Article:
A national survey involving Chinese children and adolescents found that fewer than 2% of respondents had ideal cardiovascular health, according to a study published Tuesday in the Journal of the American College of Cardiology: Asia.
Of the 15,500 respondents aged 7-17, only 1.9% of boys and 1.7% of girls met all seven health criteria for attaining ideal cardiovascular health, or CVH, set by the American Heart Association. The seven metrics include lifestyle factors such as exposure to tobacco and diet, as well as physiological measurements, including blood pressure and blood cholesterol level.
“Ideal CVH status in Chinese children and adolescents is alarmingly rare,” authors from Peking University in Beijing and Sun Yat-Sen University in Guangzhou concluded. “Physical activity and diet are key to promotion of CVH.”
Cardiovascular diseases such as stroke and heart failure are the leading cause of death in China, killing over 4 million people annually and increasingly affecting millions more. Though cardiovascular diseases are most common among the elderly, experts warn underlying pathophysiological problems often stem from negative health factors at a young age.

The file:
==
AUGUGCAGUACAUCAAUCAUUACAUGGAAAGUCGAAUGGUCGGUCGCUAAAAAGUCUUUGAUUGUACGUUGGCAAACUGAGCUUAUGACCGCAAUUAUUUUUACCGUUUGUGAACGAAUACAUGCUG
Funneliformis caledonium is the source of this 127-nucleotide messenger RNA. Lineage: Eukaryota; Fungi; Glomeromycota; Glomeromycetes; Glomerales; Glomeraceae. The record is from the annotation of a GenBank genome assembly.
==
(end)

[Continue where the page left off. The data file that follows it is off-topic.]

Researchers of Tuesday’s study found that a lack of physical exercise and poor diets were two leading factors putting Chinese children’s cardiovascular health at risk. Fewer than 30% of the students surveyed had ideal physical activity levels or met dietary recommendations set by the authorities.
The findings aligned with previous government reports on the rising rates of obesity in children, largely as the result of unhealthy lifestyles. To avert growing rates of obesity, Chinese authorities have announced sports classes will become a mandatory requirement in schools.
The new study also found that Chinese children had relatively lower rates of smoking compared with several Western countries. However, they are commonly exposed to secondhand smoke, which also threatens their cardiovascular health.
“China has endeavored to ban smoking in public to reduce this established risk factor for noncommunicable diseases,” said the study. “We further suggest control of household smoking to promote long-term CVH of every family member.”
Editor: Bibek Bhandari.
(Header image: People Visual)